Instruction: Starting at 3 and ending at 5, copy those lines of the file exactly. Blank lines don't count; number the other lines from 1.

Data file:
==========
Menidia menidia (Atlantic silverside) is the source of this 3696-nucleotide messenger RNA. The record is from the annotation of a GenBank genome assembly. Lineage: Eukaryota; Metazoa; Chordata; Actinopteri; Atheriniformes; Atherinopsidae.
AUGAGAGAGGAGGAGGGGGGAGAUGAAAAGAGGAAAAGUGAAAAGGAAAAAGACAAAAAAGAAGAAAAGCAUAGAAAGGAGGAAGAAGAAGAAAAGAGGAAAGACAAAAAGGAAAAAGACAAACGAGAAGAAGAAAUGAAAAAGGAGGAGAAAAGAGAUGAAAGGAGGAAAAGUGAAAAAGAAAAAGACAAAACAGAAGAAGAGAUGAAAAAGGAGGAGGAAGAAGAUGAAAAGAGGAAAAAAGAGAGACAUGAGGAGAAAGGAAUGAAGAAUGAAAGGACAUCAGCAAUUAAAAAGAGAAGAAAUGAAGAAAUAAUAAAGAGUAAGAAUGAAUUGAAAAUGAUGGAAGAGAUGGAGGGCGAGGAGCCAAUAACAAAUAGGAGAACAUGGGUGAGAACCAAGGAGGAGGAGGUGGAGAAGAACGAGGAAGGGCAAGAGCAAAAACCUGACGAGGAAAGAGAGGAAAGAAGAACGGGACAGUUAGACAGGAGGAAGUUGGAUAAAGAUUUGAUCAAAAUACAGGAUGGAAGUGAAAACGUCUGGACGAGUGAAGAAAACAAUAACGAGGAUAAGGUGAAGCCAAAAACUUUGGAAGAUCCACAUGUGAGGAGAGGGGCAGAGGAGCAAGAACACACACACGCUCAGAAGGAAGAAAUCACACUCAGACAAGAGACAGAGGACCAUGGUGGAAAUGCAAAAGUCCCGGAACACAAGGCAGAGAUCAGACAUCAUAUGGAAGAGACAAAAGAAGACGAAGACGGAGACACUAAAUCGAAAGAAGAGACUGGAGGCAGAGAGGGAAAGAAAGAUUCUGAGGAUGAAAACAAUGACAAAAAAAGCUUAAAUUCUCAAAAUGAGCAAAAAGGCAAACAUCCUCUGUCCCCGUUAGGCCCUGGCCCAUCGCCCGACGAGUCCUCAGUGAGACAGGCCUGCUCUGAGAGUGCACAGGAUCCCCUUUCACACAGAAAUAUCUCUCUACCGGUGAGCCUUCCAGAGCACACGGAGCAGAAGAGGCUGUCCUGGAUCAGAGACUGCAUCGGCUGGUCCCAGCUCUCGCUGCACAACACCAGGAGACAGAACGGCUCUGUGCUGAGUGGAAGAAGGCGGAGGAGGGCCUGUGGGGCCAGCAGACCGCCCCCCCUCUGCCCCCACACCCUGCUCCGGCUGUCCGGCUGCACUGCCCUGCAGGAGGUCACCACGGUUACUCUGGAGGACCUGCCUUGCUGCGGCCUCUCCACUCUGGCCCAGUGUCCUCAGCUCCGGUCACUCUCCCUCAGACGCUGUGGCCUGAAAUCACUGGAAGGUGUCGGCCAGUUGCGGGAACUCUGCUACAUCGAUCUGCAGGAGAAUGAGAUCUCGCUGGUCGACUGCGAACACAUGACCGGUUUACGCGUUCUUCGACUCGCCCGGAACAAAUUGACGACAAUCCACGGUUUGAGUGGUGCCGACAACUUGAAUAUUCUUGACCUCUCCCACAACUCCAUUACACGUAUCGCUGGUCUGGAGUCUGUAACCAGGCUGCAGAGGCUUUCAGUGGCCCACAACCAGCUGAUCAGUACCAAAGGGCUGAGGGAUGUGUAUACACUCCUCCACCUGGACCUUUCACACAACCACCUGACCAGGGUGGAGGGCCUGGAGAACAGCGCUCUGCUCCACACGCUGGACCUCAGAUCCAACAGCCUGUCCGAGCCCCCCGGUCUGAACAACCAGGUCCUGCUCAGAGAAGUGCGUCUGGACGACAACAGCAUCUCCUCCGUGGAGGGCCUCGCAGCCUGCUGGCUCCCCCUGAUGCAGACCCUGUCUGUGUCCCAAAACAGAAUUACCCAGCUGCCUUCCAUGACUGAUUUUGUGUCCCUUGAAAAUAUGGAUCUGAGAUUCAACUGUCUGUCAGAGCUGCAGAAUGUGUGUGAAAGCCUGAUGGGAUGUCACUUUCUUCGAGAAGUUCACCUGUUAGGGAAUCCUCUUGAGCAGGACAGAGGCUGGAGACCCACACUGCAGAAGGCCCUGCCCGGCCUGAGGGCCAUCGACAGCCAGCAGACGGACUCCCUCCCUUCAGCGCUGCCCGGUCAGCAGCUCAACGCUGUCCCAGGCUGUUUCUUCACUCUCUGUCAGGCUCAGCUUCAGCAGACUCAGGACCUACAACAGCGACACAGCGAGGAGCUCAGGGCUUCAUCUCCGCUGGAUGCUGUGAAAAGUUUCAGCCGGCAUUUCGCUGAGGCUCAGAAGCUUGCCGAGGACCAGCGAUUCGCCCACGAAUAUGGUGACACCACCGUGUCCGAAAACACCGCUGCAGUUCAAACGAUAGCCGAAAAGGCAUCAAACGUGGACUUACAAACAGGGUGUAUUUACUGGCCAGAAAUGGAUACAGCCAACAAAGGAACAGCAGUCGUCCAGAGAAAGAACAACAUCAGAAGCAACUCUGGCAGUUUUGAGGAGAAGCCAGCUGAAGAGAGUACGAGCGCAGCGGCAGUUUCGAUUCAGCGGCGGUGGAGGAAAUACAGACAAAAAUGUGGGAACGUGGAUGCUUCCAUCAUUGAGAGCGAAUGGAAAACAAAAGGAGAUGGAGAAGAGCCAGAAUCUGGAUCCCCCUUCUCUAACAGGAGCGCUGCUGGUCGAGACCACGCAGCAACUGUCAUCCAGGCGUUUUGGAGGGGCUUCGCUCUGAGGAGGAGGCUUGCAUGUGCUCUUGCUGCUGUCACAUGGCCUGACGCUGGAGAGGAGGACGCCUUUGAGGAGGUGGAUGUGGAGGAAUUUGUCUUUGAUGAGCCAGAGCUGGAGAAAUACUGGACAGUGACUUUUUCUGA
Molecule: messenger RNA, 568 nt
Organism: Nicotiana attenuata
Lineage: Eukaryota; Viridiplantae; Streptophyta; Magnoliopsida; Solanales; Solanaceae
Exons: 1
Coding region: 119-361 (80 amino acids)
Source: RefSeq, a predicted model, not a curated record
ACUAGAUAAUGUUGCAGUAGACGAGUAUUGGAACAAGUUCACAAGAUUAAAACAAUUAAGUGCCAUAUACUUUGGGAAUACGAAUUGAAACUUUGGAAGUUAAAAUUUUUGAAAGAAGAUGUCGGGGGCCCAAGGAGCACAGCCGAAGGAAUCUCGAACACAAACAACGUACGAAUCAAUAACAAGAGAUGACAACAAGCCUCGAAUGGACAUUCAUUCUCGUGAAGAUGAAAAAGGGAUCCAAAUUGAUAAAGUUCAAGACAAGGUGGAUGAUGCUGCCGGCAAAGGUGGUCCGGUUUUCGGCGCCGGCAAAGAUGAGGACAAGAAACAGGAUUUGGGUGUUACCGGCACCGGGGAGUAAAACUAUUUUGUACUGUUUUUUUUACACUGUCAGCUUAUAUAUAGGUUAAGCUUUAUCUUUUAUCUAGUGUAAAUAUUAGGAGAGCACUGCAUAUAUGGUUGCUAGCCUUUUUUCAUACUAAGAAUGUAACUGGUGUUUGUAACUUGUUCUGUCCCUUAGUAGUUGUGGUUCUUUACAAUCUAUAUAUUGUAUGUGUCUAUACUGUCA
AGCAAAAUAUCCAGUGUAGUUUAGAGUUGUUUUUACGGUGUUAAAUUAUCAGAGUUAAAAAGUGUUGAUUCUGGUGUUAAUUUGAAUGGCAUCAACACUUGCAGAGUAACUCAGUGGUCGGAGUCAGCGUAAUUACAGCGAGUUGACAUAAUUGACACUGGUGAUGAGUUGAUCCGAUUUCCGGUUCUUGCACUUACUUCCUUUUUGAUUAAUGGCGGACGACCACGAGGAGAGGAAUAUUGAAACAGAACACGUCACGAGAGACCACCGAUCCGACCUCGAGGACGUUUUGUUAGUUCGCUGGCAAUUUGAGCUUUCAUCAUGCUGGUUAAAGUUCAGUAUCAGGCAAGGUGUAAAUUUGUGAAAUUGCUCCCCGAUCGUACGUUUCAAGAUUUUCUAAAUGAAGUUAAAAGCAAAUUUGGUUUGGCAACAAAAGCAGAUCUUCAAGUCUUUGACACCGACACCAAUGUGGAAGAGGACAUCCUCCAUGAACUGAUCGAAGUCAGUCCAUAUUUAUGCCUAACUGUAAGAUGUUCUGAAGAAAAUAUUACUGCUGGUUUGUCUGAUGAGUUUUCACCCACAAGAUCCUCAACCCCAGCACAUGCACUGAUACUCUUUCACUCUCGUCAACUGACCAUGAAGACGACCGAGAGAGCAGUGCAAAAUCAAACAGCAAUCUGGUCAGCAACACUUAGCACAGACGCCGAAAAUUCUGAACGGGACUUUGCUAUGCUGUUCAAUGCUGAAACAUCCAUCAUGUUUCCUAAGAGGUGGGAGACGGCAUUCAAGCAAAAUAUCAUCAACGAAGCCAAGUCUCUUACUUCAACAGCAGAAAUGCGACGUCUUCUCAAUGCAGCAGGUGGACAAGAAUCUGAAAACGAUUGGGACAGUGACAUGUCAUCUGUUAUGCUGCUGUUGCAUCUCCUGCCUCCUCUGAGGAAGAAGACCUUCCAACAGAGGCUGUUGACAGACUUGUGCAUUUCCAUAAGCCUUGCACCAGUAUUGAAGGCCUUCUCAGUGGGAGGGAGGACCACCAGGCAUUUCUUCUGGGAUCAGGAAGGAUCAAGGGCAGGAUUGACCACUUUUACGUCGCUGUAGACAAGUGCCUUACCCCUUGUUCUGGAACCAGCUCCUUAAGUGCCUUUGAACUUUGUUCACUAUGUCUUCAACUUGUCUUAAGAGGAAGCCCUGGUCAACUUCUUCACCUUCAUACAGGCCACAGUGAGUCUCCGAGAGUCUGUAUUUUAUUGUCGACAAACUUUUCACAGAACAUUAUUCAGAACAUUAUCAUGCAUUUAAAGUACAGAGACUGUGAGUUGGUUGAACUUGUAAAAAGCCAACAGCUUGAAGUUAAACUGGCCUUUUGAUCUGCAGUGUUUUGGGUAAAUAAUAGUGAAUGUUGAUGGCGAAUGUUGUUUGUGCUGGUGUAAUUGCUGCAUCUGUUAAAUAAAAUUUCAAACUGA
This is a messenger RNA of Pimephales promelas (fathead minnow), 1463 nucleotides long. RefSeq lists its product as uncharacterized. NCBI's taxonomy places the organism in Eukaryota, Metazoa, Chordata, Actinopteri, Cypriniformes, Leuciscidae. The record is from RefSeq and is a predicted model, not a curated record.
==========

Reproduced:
Molecule: messenger RNA, 568 nt
Organism: Nicotiana attenuata
Lineage: Eukaryota; Viridiplantae; Streptophyta; Magnoliopsida; Solanales; Solanaceae